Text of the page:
So what did I do? I have purchased a mint condition little LG flip phone on Ebay – it works great. And I have a uber great desktop computer.

  • Anonymous

    I couldn’t agree more! I’m a recovering iPhone addict and a news junkie, a deadly combo. Getting an alert in the middle of the night about a random news event or email is one of the most annoying and sometimes restless things that can happen. I had to keep my phone on silent at all times.

  • Anonymous

    Smartphone users are sheep and cattle to be fleeced with monthly fees. We have internet at home and at work so why use it in the car or at burger joint?

    I work with people who can’t work or sit still for 5 minutes without looking at their phones. They are just damaging their careers as their lower productivity is evident.

  • Anonymous

    I honestly disagree with the premise that it is not important to be on Twitter while sitting on the toilet.

    Don’t deny the hive mind.

  • Amy

    I’d like to defend the smartphone for just a sec, to say this: Though imagining someone reading Lil Wayne’s tweets on the toilet is admittedly funny to think about…is it really all that different from someone picking up People magazine and reading half an article while they finish their business? The self-importance and impatience that smartphones can bring out in people is unquestionably problematic, but I don’t think we can blame the phone for that. We can really only blame ourselves. Like any new tool (i.e. the internet, the first cell phones, the fax machine, the telegraph, etc.), it will take time for us to learn how to use it appropriately so that it only facilitates and doesn’t inhibit. But here’s to hoping we learn sooner rather than later…

    • brudda

      I realized years ago that the huge majority of people suck. If they didn’t suck, would there be a need for organized religion?

  • Anonymous

    Happy to see somebody sharing the same opinion

  • Anonymous

    I see some things on smartphones I like but most I don’t, I have an old touch screen phone that is one I put minutes in so I don’t have a service provider or plan and I turn it off when I’m at home, I have a phone at home and no need for someone to call my cell all the time. I like to hold my game system in hand and I’m an avid Nintendo fan..as well as game systems in general..but the fact is for me Nintendo may be gone not too long from now because of smartphone games that are super cheap and free. I want my Legend of Zelda dammit and smartphones may take that away one day cause the company lost out to little twits who can’t sit still for too long without Angry Birds on their smartphone. I’m afraid I’m gonna have to get a smartphone just to keep up with the world at large with all the QR codes and stuff like that, I surf the net at home and I have a laptop so I don’t need the net on my phone too. I hope people calm down on this soon or I’m gonna go bonkers cause of these phones. On top of everything I don’t feel like shelling out 50 dollars or more for a plan when I’m trying to SAVE money.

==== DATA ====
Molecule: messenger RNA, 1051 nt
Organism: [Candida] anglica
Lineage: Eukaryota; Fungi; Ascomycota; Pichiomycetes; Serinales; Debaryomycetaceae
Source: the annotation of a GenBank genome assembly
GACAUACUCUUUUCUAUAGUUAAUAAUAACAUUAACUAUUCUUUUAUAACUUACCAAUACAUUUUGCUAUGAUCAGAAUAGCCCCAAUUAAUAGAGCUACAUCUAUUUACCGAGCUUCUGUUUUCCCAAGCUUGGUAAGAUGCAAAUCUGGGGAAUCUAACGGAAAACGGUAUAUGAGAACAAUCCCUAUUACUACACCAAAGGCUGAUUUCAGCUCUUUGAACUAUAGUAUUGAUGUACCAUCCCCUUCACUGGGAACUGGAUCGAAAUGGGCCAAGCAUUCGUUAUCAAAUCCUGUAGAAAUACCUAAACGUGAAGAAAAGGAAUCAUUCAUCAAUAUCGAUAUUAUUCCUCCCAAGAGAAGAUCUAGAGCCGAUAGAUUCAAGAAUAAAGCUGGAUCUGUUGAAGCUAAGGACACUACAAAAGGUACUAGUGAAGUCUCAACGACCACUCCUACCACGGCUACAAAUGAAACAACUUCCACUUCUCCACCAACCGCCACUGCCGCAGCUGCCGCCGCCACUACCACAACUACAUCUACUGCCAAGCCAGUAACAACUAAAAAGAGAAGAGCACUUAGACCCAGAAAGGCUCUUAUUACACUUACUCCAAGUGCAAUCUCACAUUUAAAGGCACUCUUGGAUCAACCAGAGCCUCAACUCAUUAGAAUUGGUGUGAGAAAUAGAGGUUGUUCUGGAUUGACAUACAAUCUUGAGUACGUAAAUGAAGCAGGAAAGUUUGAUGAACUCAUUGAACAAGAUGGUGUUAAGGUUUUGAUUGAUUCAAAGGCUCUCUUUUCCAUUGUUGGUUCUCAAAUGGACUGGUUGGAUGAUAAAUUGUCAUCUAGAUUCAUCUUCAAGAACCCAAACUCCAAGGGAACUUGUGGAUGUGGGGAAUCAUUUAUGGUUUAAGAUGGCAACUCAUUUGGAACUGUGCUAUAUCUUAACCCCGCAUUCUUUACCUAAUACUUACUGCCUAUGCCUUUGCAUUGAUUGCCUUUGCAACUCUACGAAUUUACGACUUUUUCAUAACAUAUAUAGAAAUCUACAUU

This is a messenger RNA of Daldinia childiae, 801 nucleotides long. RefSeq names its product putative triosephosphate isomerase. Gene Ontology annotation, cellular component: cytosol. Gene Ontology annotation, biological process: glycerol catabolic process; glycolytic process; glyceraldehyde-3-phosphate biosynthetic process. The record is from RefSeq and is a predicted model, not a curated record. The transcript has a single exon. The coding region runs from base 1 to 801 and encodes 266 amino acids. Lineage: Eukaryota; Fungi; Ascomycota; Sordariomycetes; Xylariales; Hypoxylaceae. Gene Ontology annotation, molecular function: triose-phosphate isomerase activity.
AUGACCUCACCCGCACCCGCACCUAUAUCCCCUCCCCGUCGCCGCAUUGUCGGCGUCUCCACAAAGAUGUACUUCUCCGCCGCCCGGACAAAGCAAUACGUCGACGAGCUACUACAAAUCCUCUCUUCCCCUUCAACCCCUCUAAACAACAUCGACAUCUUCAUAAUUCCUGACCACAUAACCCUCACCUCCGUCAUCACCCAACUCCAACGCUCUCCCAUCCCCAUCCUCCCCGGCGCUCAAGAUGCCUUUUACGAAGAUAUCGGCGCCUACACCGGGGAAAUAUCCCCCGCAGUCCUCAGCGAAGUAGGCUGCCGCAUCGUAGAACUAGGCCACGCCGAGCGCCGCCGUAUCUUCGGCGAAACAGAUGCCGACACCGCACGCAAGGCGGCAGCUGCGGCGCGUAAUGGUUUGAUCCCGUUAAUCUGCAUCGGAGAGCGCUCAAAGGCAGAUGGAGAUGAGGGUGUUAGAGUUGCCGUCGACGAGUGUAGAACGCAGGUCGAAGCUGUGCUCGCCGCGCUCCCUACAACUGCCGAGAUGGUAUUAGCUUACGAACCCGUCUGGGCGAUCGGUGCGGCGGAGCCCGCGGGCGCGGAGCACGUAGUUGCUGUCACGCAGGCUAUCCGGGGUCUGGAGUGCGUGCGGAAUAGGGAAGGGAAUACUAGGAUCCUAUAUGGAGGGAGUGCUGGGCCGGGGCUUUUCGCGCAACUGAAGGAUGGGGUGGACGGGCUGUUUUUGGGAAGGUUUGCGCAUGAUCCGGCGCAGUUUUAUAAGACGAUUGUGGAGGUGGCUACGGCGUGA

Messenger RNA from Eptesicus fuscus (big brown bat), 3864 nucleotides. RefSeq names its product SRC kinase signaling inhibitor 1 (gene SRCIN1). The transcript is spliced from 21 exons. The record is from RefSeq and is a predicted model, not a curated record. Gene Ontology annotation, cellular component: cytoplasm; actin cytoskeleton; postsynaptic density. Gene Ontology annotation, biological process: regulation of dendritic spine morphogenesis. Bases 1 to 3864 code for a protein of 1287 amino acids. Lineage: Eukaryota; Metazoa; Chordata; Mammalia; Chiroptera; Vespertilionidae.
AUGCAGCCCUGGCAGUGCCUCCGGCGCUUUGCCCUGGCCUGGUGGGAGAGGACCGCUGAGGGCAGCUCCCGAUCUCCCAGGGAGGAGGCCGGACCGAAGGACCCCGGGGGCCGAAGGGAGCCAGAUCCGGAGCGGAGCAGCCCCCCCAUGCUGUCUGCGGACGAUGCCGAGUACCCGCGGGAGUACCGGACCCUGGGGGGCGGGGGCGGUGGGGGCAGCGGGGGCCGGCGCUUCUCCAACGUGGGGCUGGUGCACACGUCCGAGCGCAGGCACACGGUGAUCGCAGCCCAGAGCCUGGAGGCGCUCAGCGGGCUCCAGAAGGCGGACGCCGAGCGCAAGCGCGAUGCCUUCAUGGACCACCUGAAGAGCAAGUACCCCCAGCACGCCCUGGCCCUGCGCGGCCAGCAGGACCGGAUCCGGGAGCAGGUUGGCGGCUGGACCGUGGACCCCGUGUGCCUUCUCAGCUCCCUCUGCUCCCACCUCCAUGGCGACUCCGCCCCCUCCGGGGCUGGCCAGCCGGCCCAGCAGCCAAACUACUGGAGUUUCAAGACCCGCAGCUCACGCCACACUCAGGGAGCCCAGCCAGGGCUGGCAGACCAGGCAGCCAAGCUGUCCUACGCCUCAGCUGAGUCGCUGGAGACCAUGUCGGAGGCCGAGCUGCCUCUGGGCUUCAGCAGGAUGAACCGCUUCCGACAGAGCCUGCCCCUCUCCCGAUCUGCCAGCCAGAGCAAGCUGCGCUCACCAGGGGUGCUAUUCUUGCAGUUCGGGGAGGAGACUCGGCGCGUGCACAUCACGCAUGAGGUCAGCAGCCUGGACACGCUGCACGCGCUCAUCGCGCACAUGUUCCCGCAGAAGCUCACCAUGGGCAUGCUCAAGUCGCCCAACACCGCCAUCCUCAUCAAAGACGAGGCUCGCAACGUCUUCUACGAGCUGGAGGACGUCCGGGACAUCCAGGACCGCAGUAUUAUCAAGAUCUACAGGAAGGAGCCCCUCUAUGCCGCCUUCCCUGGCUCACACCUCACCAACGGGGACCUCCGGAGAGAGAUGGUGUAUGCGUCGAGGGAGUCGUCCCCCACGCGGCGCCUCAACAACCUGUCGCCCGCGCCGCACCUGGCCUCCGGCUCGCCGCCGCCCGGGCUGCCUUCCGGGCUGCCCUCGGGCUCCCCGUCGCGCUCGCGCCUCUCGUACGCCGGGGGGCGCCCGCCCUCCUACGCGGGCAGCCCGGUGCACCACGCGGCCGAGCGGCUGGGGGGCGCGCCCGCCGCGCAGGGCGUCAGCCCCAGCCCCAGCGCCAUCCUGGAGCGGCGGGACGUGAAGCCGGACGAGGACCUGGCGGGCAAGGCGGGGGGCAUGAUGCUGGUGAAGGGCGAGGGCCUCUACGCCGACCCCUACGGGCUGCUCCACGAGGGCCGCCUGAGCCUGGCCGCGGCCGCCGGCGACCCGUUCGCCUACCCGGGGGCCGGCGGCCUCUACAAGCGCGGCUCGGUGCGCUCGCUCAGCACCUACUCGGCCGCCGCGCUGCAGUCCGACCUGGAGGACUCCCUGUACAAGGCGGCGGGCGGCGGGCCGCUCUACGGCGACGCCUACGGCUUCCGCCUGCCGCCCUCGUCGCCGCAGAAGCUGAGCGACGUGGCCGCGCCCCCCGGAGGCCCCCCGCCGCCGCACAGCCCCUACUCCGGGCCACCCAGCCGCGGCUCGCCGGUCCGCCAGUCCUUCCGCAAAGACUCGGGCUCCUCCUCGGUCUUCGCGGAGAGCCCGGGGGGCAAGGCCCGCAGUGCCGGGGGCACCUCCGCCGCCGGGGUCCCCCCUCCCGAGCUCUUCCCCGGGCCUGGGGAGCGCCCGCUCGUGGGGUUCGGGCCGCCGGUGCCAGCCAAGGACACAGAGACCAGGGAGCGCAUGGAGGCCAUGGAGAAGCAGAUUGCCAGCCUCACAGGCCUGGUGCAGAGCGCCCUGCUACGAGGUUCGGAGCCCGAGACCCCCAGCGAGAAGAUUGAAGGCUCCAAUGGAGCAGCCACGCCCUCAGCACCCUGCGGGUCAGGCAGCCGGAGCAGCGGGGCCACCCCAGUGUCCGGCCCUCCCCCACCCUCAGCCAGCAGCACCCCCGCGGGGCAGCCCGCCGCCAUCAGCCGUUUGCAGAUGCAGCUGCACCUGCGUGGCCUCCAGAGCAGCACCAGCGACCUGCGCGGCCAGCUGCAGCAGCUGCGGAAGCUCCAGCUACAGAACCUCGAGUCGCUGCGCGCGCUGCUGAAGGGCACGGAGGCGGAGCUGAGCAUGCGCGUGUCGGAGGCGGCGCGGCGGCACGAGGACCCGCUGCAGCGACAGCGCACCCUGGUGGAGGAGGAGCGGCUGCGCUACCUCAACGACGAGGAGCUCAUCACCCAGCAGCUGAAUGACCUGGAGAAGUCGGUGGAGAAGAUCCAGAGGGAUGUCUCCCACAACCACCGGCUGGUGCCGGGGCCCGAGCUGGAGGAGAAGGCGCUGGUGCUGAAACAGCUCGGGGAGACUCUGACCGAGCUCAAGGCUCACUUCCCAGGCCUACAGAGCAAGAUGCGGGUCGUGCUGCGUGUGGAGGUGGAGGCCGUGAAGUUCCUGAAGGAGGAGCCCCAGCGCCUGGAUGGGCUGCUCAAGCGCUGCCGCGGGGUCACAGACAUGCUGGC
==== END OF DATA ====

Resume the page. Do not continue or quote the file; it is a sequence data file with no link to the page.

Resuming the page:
• Anonymous

    I use a standard desktop all the time at home and in my office. I always travel around with a notebook (Even 10 inch is hardly large enough for my input needs). Why are all techno freaks crying that desktops are out, notebooks are out? It is the smartphone makers who want to make us feel guilty? And buy their products. When I use a computer I want to have some really useful browsing options. And a LARGE screen. And a MOUSE. I could not even efficiently use a tablet. I see no real need for a smart phone. I am always fascinated with how much time my friends spent just to make a simple call, or answer a quick message with a smart phone. And they are so frequently frustrated with something that goes wrong. They seem to get anxiety attacks all the time.

  • Anonymous

    Hi all. Having bought my first ever smartphone today, after over 15 years of just having a few regular phones, I have to say that I am shocked by how let down I feel with the so called “smart” phone. Sure it takes 5mp pics, better than my trusty 2mp pics phone, and the music feature is more advanced, but for me that’s it. The sheer complication of device astounds me, and it is full of features/apps that I have no need for. Facebook this, Twitter that etc. I’m not on those sites and don’t wish to be. And apps for “free”…. shhyeah right, data transmission charges, and sign your life away for all the permissions needed! I’m upset that I’m this appalled by what I can only see is just a license to print money by these manufacturers and networks. It’s cost me more in one day what with updates and data costs than my old phone cost me in 2 weeks. Smartphone maybe, dumb customer! I wonder how many they would sell if they were called “suckerphones”? I even got told off by my phone when I went to remove a Facebook feature! It said something like “if you remove this app then others apps may misbehave”! My new phone threatening me with misbehaviour! I’ve never encountered anything quite so ridiculous in my life. Well, certainly not from a phone. I feel that it’s return to the shop for refund time tomorrow and stick with my trusty old basic model.

  • Anonymous

    hahaha, i am shopping phones right now… i will be getting a motorola flip phone because i use it to talk and they are the best for that. i can never understand my friends and family members (who use an iphone) while talking to them. everything is garbled.